Rocket Internet-Backed Ride-Sharing Startup Tripda Comes To The US

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It’s not often that you see European startup factory Rocket Internet launch one of its companies in the U.S. More often than not, its businesses take ideas that have been successful here and then leverage its massive development and distribution network to bring them to markets where a U.S. version hasn’t yet launched.

But that’s not the case with Tripda, which is a new ride-sharing marketplace that Rocket Internet has decided to bring to the states.

Tripda was founded to connect passengers who wish to go to a certain place with drivers who are traveling in that direction. But unlike Uber or Lyft, Tripda isn’t about short rides in a particular city — it’s more about long-range trips between cities. In that way Tripda is a lot more like Europe’s BlaBlaCar or Zimride, the ride-sharing startup that eventually became Lyft.

Through its marketplace, users will be able to sign up with their Facebook accounts and search for a route between New York City and Philadelphia, for instance, based on when they would like to travel. The company doesn’t specify the cost of rides — those are set by the driver — but eventually it will take a small cut of the transaction, just as Airbnb does when someone completes a stay in a host’s home.

Tripda first launched in May, initially going after emerging markets in Latin America and Southeast Asia. It’s currently available in 10 countries, including Brazil, Colombia, Mexico, Chile, Argentina, The Philippines, Taiwan, Singapore, Malaysia, and India. But opening up operations in the U.S. was always a part of the company’s plan, according to CEO of North America Adi Vaxman.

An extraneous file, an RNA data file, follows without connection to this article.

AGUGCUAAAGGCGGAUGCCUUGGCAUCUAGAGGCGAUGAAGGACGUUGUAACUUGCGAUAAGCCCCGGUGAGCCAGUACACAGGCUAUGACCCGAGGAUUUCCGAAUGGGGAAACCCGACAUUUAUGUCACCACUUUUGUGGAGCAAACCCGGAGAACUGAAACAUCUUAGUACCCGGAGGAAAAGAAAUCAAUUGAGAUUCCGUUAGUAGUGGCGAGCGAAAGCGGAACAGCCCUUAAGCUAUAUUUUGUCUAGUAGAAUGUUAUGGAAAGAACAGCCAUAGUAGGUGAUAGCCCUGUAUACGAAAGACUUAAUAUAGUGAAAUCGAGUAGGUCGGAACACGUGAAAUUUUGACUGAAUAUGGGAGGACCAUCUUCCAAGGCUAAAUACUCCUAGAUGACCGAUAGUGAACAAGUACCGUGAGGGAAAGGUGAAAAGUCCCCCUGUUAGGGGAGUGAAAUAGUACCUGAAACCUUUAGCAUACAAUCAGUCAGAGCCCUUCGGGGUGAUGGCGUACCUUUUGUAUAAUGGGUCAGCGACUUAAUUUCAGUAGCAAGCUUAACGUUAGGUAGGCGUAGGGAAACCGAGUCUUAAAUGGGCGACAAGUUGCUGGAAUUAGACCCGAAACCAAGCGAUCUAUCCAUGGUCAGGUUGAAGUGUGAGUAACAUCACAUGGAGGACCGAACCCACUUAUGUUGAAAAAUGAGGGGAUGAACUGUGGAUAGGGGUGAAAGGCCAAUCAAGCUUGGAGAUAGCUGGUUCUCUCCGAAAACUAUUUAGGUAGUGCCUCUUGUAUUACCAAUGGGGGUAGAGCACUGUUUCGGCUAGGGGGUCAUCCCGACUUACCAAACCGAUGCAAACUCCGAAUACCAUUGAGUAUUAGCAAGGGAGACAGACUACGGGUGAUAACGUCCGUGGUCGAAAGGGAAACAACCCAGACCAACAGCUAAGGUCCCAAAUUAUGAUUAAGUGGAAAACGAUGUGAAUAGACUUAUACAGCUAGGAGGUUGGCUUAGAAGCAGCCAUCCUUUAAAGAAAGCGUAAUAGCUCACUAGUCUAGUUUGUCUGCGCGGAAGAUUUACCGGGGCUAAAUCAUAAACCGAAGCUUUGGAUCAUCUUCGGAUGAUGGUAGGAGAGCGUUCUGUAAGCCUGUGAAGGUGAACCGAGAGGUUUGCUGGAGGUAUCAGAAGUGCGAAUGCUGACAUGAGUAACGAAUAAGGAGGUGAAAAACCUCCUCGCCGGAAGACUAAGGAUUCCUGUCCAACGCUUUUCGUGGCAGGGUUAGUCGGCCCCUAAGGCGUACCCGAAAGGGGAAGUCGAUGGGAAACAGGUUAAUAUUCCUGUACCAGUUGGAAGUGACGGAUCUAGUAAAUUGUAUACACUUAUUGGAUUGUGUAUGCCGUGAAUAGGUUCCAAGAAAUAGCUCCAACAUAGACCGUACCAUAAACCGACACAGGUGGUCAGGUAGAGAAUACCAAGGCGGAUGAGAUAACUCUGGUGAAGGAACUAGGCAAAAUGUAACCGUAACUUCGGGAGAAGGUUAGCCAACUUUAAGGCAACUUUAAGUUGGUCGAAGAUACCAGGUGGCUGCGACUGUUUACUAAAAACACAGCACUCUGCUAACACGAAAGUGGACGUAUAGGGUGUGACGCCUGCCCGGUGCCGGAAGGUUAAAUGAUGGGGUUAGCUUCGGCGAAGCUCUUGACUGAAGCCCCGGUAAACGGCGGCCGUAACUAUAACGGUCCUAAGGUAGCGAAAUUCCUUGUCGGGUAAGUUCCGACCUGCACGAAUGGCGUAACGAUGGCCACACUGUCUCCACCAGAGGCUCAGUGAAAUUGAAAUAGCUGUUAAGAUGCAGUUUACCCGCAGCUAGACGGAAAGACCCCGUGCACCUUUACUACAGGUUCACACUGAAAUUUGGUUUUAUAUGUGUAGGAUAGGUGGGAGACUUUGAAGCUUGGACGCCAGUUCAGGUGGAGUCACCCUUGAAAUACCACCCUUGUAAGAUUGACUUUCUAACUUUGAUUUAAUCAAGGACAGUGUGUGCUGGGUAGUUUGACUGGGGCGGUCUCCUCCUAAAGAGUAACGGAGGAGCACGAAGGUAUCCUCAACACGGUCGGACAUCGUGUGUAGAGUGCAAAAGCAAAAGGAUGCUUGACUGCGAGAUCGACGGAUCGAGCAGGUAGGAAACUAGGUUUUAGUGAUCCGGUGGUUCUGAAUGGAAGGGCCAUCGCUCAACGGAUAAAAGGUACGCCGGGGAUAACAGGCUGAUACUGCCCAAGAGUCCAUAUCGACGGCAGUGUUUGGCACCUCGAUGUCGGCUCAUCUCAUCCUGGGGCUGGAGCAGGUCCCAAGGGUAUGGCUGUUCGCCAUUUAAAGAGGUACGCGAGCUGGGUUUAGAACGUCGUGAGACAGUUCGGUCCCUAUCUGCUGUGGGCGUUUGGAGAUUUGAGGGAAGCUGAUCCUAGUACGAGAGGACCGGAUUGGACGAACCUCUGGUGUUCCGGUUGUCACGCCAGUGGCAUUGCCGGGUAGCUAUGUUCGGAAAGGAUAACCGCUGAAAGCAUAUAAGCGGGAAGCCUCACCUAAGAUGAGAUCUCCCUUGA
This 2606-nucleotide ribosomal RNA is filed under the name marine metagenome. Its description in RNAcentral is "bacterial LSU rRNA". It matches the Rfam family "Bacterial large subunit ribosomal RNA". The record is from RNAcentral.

That’s because the company sees a huge opportunity to serve a part of the market that Uber, Lyft, and other companies have largely left behind. Vaxman notes that the trend of car ownership going down amongst millennials is creating a largely untapped market segment for people needing to find ways to travel between longer distances.

If that idea sounds familiar, it’s because others have tried it in the past. San Francisco-based Zimride worked on the problem for about five years before deciding that it was easier to get users to adopt ride-sharing for intracity travel and launched Lyft as a result.

But Vaxman believes there will be more demand as time goes on, particularly among college students and young professionals who are increasingly moving to urban areas without buying cars.

She recounted her own struggle trying to find rides back home from Ithaca, N.Y. to New York City while in college. That’s a route, she says, that hasn’t gotten any easier over time to book. But Tripda could change that, particularly for trips around the holidays and school breaks.

Tripda has a team of two co-founders based in New York City and two in Brazil. Vaxman, who previously worked on bringing Israeli transportation service GetTaxi to the U.S., shares the co-founder title with former Deloitte consultant Joe McFarlane in North America. Meanwhile, the emerging markets group is being run by co-founders Pedro Meduna and Eduardo Prota out of Latin America.

The company’s initial focus on the U.S. will be on trying to get users in the Northeast and Midwest to start using the service. It hopes to benefit from launching around the holidays, when a number of people travel home to visit family. But marketplaces are hard, and this type of travel is largely seasonal in nature, so it could take a while for the company to really take off.

The good news for Tripda is that Rocket Internet is no slouch when it comes to backing companies that are founded under its umbrella. Vaxman wouldn’t say how much Rocket Internet has invested, but the young company already has a distributed workforce of around 70 employees and it’s looking to hire more.

Photo Credit: Ilanit Solomonovich Habot